A touch of Northern Italy in Herrengasse, right in the center of Graz? In fact, the Landhaus is reminiscent of some Venice palazzo. In 1557, the Italian architect Domenico dell’Allio started to construct a prestigious building for the Styrian estates. It still is the provincial parliament of Styria. Not only is the main façade of the building outstanding. People are especially amazed by the Renaissance-style arcaded courtyard.
In the late 15th century the Styrian estates ceased to have their parliament meetings at different castles and monasteries, and decided to erect a Landhaus in the capital of Graz. The first little "office" was extended in the 16th century by "welschen" (Italian) master builders to form the largest building complex in the historic center of Graz. The main wing in Herrengasse and the splendid courtyard were erected in 1557 by Domenico dell’Aglio. He had come to Graz from Northern Italy as a fortress architect also supervising the reconstruction of the fortress on Schlossberg. People often just stand and stare in amazement after entering the spacious courtyard of Landhaus for the first time. Arcades on all three floors, copper gargoyles dating from the 16th century, the bronze fountain – a Mannerist masterpiece. Not only locals know that such an ambience makes feasts, concerts, film shows or the Christmas ice crib a tremendous experience.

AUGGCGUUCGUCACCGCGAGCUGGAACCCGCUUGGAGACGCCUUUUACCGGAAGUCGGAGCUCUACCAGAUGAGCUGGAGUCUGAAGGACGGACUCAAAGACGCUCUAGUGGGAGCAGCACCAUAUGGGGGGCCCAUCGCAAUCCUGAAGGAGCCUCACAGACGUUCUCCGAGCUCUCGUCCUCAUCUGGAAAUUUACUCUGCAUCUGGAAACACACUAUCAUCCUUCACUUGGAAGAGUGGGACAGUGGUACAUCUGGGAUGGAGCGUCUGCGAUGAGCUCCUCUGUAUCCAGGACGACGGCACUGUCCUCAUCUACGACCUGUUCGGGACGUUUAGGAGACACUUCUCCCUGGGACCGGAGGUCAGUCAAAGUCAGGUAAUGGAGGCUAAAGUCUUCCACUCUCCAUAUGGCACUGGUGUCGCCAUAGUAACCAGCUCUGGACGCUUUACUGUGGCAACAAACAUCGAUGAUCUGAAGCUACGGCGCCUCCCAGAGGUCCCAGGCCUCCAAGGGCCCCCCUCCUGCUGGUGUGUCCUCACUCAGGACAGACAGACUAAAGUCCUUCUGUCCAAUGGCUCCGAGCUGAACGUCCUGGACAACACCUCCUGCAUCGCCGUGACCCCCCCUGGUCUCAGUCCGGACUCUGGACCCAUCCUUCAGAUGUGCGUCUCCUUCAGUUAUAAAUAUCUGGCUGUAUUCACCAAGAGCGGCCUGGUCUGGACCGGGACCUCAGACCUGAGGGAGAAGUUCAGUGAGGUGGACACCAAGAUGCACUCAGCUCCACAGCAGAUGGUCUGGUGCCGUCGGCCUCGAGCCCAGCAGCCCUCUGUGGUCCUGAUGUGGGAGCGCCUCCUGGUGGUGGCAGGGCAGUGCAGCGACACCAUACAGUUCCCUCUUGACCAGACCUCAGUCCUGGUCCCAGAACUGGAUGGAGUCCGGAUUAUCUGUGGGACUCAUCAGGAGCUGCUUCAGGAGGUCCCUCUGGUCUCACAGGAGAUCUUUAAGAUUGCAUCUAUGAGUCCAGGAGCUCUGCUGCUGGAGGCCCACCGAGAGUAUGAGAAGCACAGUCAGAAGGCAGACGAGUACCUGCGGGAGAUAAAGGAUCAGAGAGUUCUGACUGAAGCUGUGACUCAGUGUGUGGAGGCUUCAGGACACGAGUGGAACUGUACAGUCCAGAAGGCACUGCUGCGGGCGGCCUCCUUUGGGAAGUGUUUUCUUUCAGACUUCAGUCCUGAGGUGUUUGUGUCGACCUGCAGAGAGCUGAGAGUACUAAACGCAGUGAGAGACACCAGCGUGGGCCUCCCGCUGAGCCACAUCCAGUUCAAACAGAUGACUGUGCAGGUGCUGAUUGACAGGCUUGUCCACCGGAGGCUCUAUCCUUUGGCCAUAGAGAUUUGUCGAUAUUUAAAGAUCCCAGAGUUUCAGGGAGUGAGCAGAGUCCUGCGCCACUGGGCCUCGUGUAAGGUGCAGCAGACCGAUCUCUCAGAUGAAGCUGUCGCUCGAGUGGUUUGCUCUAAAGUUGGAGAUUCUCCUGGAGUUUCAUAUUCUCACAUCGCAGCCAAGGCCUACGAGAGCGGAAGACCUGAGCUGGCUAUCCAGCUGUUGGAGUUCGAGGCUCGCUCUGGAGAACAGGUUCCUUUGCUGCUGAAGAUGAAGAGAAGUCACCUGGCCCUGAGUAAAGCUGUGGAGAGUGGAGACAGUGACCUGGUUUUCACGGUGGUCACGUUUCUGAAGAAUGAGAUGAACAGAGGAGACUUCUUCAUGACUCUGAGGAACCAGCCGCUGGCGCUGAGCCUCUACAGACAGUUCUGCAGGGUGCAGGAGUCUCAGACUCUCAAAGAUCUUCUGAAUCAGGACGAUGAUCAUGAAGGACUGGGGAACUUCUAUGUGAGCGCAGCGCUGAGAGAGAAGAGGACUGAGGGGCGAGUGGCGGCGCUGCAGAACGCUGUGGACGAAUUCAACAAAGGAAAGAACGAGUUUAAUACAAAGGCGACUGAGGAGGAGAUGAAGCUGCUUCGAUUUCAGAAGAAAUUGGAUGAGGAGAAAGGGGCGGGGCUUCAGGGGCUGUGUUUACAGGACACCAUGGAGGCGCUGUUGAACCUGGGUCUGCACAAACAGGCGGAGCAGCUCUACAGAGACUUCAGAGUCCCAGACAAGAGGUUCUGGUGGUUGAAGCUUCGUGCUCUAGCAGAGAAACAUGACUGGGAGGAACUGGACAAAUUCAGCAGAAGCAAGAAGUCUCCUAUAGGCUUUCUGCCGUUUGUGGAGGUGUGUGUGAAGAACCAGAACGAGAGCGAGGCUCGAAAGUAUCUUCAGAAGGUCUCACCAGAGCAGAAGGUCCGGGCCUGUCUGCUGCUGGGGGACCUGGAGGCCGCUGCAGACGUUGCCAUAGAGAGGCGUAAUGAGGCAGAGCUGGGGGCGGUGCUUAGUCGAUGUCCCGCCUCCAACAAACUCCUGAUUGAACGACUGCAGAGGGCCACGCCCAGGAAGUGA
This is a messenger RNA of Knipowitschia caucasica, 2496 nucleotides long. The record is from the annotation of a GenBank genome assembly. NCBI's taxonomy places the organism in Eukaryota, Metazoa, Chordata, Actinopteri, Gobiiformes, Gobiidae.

The interior of Landhaus impresses with its Baroque furnishings. Landstube (the session hall) is notable for its stucco ceiling by Johann Angelo Formentini with plastic figures and coats of arms, and by the porcelain stoves crowned by heraldic animals – the Austrian eagle, and the Styrian panther. In Rittersaal, the elaborate stucco ceiling shows the signs of the zodiac. Not forgetting Landhaus chapel, built in 1630/31. After the expulsion of the Protestant estates in 1629, its black and gold Jesuit-style altar, the altarpiece showing the Assumption of the Virgin, and the two statues of St. Catherine and St. Barbara symbolize the restoration of Catholicism in Landhaus.
By the way: Since 1588, so-called "Rumortafeln" (rumbling panels) fixed next to the Landhaus gateways have prohibited people in the building from rumbling, pulling out a sword, a dagger or a knife, from scuffling and fighting. They should rather be humble in their words and deeds; otherwise they will be severely punished. As these rules can be read there even today, the members of the provincial parliament holding their sessions in the building surely behave according to them...